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Breaking Down Bipolar Disorder

Breaking Down Bipolar Disorder

By Thrive Reno Psychiatric Nurse Practitioner Dr. Meredith D’Agostino, DNP, APRN, CEDS-S


Bipolar disorder is a mood disorder, formerly known as manic depression, that affects 2.8% of Americans, according to the National Alliance on Mental Illness (NAMI). The hallmarks of bipolar disorder are dramatic and sudden mood swings that produce emotional highs and lows, or manic and depressive episodes. Manic episodes are characterized by intense feelings of happiness, while depressive episodes are characterized by intense feelings of sadness. The duration of these emotional shifts vary, and can last anywhere between hours to months at a time. 


Recurring, intense manic and depressive episodes are the most telling sign of bipolar disorder.

Signs and symptoms of the manic phase of bipolar disorder include:

  • Feeling extremely cheerful, energized, or on-edge
  • Reduced need for sleep
  • Overconfidence, and a willingness to take unnecessary risks
  • Spending a lot of money

Following a manic episode, a person’s mood may return to normal, or they may fall into a depressive episode.

Signs and symptoms of the depressive phase of bipolar disorder include:

  • Low energy 
  • Lack of motivation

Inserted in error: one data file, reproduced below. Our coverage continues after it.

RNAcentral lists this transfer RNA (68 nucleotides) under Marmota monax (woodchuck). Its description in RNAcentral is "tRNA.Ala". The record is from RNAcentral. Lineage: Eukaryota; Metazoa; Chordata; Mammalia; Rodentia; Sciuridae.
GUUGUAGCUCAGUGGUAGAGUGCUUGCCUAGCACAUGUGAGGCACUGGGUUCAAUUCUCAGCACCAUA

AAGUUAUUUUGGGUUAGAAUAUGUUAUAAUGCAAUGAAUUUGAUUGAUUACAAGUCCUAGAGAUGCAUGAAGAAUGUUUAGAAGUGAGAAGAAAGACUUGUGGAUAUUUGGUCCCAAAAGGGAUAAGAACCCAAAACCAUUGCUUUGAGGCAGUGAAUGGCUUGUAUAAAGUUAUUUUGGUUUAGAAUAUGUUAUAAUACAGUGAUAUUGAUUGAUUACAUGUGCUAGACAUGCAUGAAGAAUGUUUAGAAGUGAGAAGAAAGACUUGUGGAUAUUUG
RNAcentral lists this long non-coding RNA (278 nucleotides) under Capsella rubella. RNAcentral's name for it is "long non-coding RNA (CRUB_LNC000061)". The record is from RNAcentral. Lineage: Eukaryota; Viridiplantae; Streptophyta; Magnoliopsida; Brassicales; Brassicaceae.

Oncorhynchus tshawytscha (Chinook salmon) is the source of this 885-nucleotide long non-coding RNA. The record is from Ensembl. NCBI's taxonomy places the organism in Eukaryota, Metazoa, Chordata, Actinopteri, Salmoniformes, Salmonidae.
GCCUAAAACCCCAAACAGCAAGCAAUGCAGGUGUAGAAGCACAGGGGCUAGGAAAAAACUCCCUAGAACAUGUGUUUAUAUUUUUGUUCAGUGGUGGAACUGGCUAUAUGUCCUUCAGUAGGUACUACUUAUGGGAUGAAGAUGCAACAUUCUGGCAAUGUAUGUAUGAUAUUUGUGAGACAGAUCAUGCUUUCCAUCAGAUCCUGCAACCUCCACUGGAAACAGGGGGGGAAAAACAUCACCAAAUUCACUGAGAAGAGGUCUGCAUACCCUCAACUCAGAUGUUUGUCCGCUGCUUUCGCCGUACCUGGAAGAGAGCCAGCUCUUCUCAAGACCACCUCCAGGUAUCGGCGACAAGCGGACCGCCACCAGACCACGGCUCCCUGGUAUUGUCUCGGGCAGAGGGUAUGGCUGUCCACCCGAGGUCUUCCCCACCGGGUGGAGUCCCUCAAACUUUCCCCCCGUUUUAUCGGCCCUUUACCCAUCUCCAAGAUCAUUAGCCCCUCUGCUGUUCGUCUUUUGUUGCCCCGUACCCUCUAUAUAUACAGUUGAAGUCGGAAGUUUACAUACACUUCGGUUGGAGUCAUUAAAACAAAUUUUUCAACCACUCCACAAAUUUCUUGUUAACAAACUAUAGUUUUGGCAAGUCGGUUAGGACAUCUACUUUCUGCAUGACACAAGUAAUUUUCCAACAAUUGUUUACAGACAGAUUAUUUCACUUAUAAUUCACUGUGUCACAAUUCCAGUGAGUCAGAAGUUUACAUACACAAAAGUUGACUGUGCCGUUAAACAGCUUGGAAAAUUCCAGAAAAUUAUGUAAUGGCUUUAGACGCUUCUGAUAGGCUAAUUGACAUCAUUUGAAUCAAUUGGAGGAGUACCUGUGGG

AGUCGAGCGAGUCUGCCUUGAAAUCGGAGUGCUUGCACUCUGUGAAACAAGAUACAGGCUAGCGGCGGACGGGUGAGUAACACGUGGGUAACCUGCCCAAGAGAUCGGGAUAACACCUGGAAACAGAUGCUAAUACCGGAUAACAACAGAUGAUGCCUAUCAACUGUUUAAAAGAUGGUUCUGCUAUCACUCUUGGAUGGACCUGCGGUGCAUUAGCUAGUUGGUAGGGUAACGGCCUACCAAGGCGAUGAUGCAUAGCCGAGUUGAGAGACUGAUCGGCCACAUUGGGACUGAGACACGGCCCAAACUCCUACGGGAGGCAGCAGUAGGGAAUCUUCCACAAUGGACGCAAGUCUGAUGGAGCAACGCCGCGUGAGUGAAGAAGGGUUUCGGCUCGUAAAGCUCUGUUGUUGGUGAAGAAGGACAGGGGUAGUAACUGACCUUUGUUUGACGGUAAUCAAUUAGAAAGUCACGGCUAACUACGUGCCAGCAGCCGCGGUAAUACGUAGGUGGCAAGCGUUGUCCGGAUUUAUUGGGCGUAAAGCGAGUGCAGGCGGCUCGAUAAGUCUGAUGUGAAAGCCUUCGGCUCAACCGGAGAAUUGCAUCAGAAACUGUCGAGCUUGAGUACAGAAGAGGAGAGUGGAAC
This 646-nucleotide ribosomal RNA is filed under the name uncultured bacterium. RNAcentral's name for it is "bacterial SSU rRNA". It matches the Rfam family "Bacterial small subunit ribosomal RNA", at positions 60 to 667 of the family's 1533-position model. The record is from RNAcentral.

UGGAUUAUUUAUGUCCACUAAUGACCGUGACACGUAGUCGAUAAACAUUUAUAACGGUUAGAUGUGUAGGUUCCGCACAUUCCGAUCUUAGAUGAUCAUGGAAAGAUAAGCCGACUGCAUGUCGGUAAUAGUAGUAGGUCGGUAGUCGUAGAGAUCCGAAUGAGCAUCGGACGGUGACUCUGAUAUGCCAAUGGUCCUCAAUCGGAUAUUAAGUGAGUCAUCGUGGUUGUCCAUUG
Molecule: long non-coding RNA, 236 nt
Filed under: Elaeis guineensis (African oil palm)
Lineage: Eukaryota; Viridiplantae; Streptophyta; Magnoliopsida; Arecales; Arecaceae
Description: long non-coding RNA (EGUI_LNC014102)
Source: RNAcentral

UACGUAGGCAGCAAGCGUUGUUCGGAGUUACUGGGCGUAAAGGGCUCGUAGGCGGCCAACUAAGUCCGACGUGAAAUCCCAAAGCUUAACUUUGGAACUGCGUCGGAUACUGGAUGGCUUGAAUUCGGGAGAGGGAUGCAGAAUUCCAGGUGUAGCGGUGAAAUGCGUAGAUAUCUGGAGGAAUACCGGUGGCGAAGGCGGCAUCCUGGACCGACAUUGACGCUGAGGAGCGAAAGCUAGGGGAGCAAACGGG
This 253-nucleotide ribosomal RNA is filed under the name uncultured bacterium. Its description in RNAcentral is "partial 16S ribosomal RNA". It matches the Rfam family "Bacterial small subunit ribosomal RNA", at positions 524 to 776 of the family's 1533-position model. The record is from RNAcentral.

• Reduced interest in activities and hobbies one once enjoyed
  • Problems with reasoning and decision-making 
  • Memory loss or “brain fog”
  • Suicidal thoughts or ideation


The exact causes of bipolar disorder are still unknown. However, mental health experts agree various factors can increase the risks for bipolar disorder. These factors include genetics, brain structure, and environmental factors.


People with specific genes seem to be more likely to develop bipolar disorder than others. The illness is also more common in those who have a family member with the same condition. Nevertheless, many people with a family history of bipolar disorder never develop this mental health condition.

Brain Structure

Neurocognitive research proposes that brains in persons with bipolar disorder show physical changes responsible for the symptoms. Disruption within the brain’s communication pathways, or neurotransmitters, has been linked to mood disorders and is believed to be at least partly the cause of bipolar disorder.  


Environmental factors that may increase the risk of developing bipolar disorder include exposure to highly stressful or traumatic events and drug or alcohol abuse. 


Often, bipolar disorder occurs alongside another mental health condition, though this is not always the case. When bipolar disorder is present in a person, anxiety disorders, substance use disorders (SUD), or attention-deficit/hyperactivity disorder (ADHD) are also commonly present.

Substance Use Disorders (SUD)

To combat the symptoms of bipolar disorder, individuals frequently abuse drugs or alcohol to self-medicate. This, in turn, may lead to the development of an SUD, which can exacerbate the symptoms of bipolar disorder. 

Anxiety Disorders

Insomnia from a co-occurring anxiety disorder may trigger a manic episode for someone living with bipolar disorder. Anxiety about one’s health and behavior, including bipolar episodes, is also common.